Su O’Brien

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Artist website: www.nighttreemusic.com

‘Oya’ – live:

SVER – Reverie (Folkhall Records FHR002CD)

ReverieIn celebration of their ten years as a quintet, SVER release their fourth album, Reverie. Recorded live over two days and steeped in Nordic tradition, SVER’s tight-knit musicianship, versatility and sense of sheer enjoyment simply shines through. The band may describe their sound as ‘folk-rock’ but it gleefully transcends obvious categorisation.

SVER’s band members – Olav Luksengård Mjelva (fiddle/hardanger fiddle), Anders Hall (fiddle/viola), Leif Ingvar Ranøien (two row accordion), Adam Johansson (guitar) and Jens Linell (drums) – share an astonishing quality of flow and interplay, smoothly passing melodic phrases and thematic variations, seamlessly and gently leading the listener’s focus from one instrument to another.

Mjelva and Hall (familiar from their Nordic Fiddlers Bloc collaboration with Kevin Henderson) create a pair of delightfully dextrous polkas in each other’s honour. Mjelva embellishes Sjur Viken’s twisting, lively, ‘Lille Grisen’ (‘The Little Pig’), its lithe, taut fiddle pivoting around the drums. In contrast, Andreas Bjørkås’s ‘Lassi’ is an angular, muscular beast of loose, bending notes and a slurring fiddle phrase.

Guitarist Johansson’s ‘E14’ (the name of the road to his home, rather than Canary Wharf’s postcode) is beaty but mellow, the pace gradually accelerating with the joy of returning home, including some rather funky guitar and, unusually, a fade-out. His ‘Annas Vals’ is equally hard to define, with different instruments carrying the slow and tender air by turns, as the rest slide softly around it. The cacophonic clatter of ‘Boot’N Rally’ opens out into a pure, clean guitar that lures the listener onwards to an irresistibly wiggly dance tune.

Mjelva takes on the remaining composition honours, starting with a sweetly rolling tune for his girlfriend, ‘The Doctor’. ‘Batch 15’ is a tight little jig whose woozily reflective mid-point (that moment when you get a bit head-spinny, realise that your legs don’t work any more and order another pint anyway) goes on to ramp the energy back again with a masterful control of pace. The contemplative ‘Reverie’ is probably as dark as this album gets, but is followed by a most light-hearted homage to 70s tv show The Love Boat. A slow fiddle, joined by accordion and guitar, plays a variation on the show’s theme tune, any brief illusion of tastefulness rapidly evaporating in an explosive jazz-rock finale loaded with extra cheese.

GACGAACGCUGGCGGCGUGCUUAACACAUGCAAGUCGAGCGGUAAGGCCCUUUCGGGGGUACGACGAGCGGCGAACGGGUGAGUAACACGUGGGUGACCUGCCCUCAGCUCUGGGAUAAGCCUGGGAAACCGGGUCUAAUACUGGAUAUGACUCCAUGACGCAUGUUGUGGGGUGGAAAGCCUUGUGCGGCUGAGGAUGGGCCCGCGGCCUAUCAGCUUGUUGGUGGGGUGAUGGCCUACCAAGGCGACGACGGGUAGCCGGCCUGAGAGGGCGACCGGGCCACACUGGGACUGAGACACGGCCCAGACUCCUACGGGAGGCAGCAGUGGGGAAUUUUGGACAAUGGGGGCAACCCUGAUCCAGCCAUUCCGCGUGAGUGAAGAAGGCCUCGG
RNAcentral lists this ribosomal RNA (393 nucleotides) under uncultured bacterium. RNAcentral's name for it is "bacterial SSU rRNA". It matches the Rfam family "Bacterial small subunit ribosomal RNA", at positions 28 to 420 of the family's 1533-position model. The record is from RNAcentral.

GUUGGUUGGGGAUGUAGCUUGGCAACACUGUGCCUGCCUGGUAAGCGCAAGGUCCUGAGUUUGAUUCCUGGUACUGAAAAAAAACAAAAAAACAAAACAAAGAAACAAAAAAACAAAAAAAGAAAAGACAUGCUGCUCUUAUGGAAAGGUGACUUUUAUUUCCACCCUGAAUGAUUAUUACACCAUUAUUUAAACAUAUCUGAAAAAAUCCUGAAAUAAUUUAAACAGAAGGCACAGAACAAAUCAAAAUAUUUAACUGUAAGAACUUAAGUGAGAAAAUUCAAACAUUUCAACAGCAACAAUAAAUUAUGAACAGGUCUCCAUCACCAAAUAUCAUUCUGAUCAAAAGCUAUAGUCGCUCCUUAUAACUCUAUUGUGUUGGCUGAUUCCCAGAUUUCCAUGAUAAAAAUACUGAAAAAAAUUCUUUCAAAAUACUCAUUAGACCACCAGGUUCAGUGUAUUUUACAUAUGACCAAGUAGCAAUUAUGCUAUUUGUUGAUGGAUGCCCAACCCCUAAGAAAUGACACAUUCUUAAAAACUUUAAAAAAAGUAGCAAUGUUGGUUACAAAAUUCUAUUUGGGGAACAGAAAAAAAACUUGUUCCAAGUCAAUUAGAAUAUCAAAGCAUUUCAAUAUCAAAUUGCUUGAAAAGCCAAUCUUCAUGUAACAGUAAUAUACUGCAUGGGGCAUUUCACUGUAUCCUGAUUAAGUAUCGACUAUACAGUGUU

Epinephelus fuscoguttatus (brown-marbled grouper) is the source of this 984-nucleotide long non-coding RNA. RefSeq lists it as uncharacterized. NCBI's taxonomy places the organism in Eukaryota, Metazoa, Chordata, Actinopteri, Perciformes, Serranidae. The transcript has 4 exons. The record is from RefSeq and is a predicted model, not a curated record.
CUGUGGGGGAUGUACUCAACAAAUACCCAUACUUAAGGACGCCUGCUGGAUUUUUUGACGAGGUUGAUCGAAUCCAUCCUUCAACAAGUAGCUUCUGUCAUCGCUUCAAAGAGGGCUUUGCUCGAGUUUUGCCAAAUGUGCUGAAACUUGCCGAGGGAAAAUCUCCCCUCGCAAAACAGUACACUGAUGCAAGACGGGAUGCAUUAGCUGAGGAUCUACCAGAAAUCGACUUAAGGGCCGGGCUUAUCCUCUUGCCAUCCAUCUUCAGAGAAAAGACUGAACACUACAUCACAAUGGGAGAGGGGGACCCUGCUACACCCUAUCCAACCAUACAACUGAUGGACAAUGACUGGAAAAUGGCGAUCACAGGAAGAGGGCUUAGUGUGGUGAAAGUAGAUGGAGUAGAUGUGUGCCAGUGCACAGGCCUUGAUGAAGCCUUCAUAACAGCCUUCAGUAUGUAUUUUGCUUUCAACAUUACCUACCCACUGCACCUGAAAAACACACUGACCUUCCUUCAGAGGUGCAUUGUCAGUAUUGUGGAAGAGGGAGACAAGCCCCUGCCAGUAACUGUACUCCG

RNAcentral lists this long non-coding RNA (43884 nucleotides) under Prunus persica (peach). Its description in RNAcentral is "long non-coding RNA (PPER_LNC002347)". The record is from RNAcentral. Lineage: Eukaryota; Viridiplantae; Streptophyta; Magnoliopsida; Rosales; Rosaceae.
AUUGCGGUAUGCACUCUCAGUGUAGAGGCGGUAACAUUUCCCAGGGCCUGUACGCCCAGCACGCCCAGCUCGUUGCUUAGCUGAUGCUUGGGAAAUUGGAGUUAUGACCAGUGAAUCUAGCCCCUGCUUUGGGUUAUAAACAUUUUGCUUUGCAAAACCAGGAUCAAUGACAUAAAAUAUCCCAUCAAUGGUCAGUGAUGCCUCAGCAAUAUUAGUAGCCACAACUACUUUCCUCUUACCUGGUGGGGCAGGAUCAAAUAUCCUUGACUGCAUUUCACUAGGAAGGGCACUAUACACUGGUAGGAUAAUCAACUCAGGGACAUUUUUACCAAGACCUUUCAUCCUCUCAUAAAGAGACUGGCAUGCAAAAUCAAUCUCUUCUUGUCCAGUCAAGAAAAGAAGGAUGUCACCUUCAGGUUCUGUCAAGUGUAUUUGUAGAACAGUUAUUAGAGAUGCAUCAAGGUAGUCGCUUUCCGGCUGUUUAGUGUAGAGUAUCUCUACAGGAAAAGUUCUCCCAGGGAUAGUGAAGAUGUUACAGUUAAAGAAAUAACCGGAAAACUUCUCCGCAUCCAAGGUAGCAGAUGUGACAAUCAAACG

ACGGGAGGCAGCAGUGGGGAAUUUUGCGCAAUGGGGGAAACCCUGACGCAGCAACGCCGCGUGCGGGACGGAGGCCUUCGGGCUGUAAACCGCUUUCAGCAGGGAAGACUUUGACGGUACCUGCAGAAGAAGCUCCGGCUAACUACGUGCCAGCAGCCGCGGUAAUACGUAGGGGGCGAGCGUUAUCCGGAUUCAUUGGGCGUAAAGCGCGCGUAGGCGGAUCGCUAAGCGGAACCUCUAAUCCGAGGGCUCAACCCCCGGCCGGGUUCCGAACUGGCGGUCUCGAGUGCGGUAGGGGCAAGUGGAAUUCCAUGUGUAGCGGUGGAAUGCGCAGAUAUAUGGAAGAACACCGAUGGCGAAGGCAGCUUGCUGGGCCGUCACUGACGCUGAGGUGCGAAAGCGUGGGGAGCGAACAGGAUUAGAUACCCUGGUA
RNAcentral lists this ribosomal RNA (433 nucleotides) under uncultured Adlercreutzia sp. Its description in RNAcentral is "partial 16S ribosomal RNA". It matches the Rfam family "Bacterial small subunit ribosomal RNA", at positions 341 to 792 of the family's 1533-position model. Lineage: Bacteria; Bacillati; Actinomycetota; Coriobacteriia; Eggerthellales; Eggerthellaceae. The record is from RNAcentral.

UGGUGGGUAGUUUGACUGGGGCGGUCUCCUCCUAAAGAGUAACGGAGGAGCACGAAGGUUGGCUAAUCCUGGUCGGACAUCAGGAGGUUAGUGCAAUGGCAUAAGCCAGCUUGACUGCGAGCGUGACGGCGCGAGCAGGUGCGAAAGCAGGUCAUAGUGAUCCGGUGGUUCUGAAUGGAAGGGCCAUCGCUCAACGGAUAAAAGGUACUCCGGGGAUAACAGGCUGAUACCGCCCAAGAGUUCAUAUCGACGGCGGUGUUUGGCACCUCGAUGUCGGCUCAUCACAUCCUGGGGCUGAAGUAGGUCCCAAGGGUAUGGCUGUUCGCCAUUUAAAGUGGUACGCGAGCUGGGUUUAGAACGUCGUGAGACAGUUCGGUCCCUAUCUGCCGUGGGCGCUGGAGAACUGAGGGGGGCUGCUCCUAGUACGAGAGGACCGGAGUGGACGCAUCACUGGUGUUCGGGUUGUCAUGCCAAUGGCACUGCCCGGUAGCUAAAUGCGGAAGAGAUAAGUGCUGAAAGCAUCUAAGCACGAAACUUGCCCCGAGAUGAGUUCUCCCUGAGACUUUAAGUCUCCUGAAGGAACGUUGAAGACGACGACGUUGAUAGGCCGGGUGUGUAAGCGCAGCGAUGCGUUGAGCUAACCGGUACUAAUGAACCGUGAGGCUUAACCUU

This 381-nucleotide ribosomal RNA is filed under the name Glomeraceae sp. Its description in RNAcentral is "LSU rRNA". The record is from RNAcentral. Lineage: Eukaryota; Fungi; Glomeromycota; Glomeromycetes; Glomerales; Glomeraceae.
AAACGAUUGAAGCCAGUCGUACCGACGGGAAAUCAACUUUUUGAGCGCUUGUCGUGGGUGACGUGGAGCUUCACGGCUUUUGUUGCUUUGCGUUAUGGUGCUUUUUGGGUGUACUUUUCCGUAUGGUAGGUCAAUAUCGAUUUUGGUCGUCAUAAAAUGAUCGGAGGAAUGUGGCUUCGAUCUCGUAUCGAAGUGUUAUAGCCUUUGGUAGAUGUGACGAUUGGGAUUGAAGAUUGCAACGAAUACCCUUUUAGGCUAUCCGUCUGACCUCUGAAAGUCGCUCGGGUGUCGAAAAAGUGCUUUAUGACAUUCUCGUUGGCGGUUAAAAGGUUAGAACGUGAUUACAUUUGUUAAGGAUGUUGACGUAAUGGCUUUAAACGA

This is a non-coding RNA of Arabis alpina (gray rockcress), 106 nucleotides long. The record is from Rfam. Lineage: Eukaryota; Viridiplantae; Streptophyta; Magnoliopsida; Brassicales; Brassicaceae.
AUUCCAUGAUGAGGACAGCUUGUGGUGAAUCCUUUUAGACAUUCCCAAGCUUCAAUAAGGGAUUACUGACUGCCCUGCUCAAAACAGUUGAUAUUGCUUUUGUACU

Su O’Brien

Artists’ website: www.sverfolk.com/en

‘The Doctor’:

BREABACH – Frenzy Of The Meeting (Breabach Records, BRE005CD)

Frenzy Of The MeetingHaving toured the world, won awards and created an immensely successful album, Astar, zinging with creative fusion, what would Breabach do next? Judging by their latest album, Frenzy Of The Meeting, released in late October, the answer seems to be to find a revitalised inspiration in the traditional music of home.

Never a band to stand still, Frenzy Of The Meeting finds Breabach testing new waters once again. As usual, tracks were initially laid down live in the studio in order to capture the band’s essential sound. The band then enhanced these tracks during further studio sessions, in collaboration with producer Eamon Doorley. The final result is still absolutely Breabach, but in a subtly fleshed out way.

Starting with Bonnie Prince Charlie landing on a chilly beach on Eriskay, the low-slung guitar and bass of ‘Princes Strand’ provide solid ground for a rather wistful tune carried by whistles and pipes, as well as forming the link to ‘Knees Up’. This uplifting two-tune set pits ferocious piping against Megan Henderson’s soaring vocals.

Delicate bouzouki wreathes through ‘Winter Winds’, Calum MacCrimmon’s utterly beautiful song comparing the changing weather to the healing nature of time, “give it time and the sky will change”. Sharply switching mood, the stomping opening to ‘Western Isle Dance’ pairs a lively traditional tune with James Lindsay’s more reflective musing on the nature of alternative facts.

Ewan Robertson and Michael Farrell’s thoughtful ‘Birds Of Passage’, inspired by Longfellow’s poem of the same name, contemplates aspects of migration, its upwardly spiralling instrumentation mirroring the lyrics. The ballsy, sinuous ‘Google This’ follows, intriguingly paired with a traditional waulking song which sounds like it shouldn’t work, although – of course – it does.

The title track, ‘Frenzy Of The Meeting’ opening with a deep bowed bass and lithe fiddle bubbling over mouth harp, is a darkly delicious meshing of Henderson’s tune ‘Incahoots’ with the low chant of a traditional Ceòl Mòr. The album wraps up with ‘Oran Bhraigh Rusgaich’ which builds on its core of atmospheric harmonium drone, airy reverb and sparse guitar into a grand climactic finale, leaving just a trace of whistles hanging on the air.

Frenzy Of The Meeting may not have quite the same immediacy as its predecessor, but it has a satisfying deep richness and texture all of its own. It’s a fascinating new development in Breabach’s work, building yet more layers, more experiment and versatility into their sound.

To see this album in live performance, catch Breabach on tour around the UK now and until February 2019.

Su O’Brien